National Identity or Cultural Opposition? News Media Discourse About Controversial High-School Curriculum Guidelines Event in Critical Discourse Analysis


This article aims to analyse how the news media reported the Ministry of Education (MOE) implementing minor adjustments to high-school curriculum guidelines event. For example the social sciences and history textbooks, downplaying of the White Terror era, the 2/28 incident, and conceivably¬_using a China-centric focus. This trend has triggered many protests against the government by teachers, students and the masses. This article will use an interdisciplinary framework from Critical Discourse Analysis (CDA) as well as analytical tools to examine the press reportage of this event. Linguistics is another method of analytic hierarchy, construction, context, grammar, semantics and words. The print media__s use of text, headlines and discourse giving the label for press reportage, also manipulated by journalists to construct a view that best reflects their ideologies and political stances. From the analysis of newpaper schema and statistics, we found the press reportage is not random, but rather is the hidden ideology of the social activists by observing the interaction between social structures and cognition. However, this is not only includes social cognition, but also the government, news media, people's ethnic identity, national identity and history that all contribute to the construal of a linguistic ideology from the CDA (e.g. van Dijk__s Ideological Square Analysis). We argue that the social elite and the media shaped the ideologies of their readers or viewers, which is generally symbolic and persuasive and appeared in two ideologically opposed newspapers.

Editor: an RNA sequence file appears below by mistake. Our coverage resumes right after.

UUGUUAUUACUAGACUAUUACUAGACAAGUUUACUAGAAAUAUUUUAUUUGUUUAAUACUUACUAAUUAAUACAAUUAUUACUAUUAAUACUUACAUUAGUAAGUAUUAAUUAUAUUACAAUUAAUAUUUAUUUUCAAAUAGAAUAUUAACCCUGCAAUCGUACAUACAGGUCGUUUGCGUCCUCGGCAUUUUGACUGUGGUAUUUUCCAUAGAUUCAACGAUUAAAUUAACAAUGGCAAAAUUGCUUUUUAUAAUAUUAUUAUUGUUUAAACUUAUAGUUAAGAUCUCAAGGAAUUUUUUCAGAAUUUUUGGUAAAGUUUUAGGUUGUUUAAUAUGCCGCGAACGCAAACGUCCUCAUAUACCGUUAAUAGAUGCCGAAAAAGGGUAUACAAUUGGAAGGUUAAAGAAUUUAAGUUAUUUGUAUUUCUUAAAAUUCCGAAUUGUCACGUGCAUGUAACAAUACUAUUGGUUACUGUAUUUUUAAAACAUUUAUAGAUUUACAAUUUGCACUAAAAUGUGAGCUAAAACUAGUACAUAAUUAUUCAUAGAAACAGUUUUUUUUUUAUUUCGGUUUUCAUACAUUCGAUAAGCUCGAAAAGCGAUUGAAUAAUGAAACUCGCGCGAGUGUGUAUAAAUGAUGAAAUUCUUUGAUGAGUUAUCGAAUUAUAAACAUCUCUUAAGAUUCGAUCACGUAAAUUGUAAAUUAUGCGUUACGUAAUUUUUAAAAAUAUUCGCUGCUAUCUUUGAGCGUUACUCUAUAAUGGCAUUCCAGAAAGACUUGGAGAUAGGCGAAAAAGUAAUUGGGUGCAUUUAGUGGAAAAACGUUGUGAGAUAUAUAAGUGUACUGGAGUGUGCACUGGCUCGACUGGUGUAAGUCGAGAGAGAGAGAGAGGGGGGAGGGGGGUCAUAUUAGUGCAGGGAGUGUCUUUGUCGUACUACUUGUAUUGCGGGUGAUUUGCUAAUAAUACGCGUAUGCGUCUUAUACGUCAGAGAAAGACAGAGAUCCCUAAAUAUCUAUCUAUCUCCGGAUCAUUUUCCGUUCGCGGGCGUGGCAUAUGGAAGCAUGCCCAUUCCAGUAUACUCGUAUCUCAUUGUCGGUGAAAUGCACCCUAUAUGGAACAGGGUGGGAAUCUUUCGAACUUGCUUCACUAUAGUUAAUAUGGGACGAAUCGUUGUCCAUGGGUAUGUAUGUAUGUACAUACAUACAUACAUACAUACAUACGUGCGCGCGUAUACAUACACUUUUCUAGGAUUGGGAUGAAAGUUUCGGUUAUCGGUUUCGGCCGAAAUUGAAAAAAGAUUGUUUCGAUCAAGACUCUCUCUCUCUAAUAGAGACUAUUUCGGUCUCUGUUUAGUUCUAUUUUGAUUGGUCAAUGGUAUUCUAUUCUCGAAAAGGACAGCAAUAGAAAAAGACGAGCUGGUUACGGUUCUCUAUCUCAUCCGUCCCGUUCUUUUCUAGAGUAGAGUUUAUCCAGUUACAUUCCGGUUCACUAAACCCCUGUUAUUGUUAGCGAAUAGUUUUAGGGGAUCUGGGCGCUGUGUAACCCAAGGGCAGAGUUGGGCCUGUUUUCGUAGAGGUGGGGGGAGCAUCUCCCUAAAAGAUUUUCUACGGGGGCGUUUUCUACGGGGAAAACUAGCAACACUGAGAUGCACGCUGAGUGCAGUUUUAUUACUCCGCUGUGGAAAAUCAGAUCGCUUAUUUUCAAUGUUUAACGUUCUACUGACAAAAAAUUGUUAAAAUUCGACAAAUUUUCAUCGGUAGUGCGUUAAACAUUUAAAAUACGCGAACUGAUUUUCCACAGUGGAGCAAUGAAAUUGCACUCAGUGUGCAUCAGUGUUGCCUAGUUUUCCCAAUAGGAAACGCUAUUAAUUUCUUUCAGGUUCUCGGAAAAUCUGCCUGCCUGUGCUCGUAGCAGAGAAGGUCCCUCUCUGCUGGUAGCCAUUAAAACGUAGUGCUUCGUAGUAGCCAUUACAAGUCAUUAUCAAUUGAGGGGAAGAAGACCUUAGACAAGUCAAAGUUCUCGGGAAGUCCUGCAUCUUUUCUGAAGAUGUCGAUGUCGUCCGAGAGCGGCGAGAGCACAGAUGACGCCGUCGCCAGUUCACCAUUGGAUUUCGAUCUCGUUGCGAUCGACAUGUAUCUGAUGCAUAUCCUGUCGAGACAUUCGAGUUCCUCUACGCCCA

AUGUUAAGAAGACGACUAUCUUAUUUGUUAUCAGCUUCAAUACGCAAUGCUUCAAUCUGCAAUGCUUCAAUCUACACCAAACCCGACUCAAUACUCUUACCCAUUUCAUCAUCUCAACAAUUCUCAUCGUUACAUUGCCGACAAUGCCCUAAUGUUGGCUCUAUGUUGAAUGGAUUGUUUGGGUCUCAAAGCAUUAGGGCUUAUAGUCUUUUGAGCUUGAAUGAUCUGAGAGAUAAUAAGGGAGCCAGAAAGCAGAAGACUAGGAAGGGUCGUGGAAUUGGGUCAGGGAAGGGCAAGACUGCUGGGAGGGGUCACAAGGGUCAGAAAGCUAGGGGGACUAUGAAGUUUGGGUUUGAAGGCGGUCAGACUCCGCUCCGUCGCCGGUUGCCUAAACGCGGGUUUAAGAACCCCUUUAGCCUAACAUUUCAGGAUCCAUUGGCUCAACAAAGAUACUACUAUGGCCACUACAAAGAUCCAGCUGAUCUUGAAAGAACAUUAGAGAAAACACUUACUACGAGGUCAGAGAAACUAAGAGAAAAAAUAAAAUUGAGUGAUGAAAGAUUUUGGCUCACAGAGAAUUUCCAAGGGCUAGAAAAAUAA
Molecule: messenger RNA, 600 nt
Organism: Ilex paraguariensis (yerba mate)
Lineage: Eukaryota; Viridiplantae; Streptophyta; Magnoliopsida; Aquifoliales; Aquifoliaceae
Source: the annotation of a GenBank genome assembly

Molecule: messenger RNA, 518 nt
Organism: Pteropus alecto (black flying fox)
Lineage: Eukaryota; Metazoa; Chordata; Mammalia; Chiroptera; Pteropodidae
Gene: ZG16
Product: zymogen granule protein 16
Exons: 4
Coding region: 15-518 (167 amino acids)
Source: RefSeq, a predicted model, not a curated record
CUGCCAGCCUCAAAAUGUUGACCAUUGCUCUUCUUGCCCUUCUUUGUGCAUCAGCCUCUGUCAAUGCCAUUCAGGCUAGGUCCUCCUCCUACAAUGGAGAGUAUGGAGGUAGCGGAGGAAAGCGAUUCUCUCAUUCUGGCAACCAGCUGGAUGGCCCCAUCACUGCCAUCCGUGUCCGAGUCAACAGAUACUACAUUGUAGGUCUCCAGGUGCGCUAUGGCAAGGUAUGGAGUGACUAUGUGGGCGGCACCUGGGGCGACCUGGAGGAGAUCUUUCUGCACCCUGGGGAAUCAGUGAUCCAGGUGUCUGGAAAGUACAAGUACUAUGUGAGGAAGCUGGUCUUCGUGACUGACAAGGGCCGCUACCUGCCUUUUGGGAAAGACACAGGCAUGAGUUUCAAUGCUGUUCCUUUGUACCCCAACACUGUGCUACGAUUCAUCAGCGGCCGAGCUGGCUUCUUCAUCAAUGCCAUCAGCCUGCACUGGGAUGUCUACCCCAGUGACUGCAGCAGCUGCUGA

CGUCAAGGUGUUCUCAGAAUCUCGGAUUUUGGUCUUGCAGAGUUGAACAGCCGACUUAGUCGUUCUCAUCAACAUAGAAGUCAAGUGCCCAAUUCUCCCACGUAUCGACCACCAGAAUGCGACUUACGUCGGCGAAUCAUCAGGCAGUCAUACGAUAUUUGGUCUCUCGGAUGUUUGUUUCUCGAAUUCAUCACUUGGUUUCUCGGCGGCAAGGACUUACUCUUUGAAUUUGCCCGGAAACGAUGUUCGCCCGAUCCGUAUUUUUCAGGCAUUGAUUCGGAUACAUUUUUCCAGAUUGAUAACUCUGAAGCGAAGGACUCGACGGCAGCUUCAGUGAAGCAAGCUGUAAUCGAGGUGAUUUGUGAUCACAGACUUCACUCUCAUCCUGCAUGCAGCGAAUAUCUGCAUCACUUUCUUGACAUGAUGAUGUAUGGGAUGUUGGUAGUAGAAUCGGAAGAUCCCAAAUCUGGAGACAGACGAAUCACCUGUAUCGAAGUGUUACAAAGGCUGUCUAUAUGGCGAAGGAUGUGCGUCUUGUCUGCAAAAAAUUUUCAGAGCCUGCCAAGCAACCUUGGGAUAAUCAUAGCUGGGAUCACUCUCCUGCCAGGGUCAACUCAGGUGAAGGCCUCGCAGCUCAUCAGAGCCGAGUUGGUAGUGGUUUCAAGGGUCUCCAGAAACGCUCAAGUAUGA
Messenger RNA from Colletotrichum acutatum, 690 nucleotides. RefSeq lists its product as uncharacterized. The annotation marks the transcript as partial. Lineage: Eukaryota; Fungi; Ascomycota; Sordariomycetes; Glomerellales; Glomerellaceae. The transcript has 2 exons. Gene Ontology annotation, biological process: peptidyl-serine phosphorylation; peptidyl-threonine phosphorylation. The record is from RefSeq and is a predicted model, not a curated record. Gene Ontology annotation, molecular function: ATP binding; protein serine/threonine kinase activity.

Author Information
Yi-Hsiu Chen, National Hsinchu University of Education, Taiwan

Paper Information
Conference: MediAsia2015
Stream: Education & Scholastic Journalism

This paper is part of the MediAsia2015 Conference Proceedings (View)
Full Paper
View / Download the full paper in a new tab/window

Comments & Feedback

Place a comment using your LinkedIn profile


Share on activity feed

Powered by WP LinkPress

Share this Research

Posted by James Alexander Gordon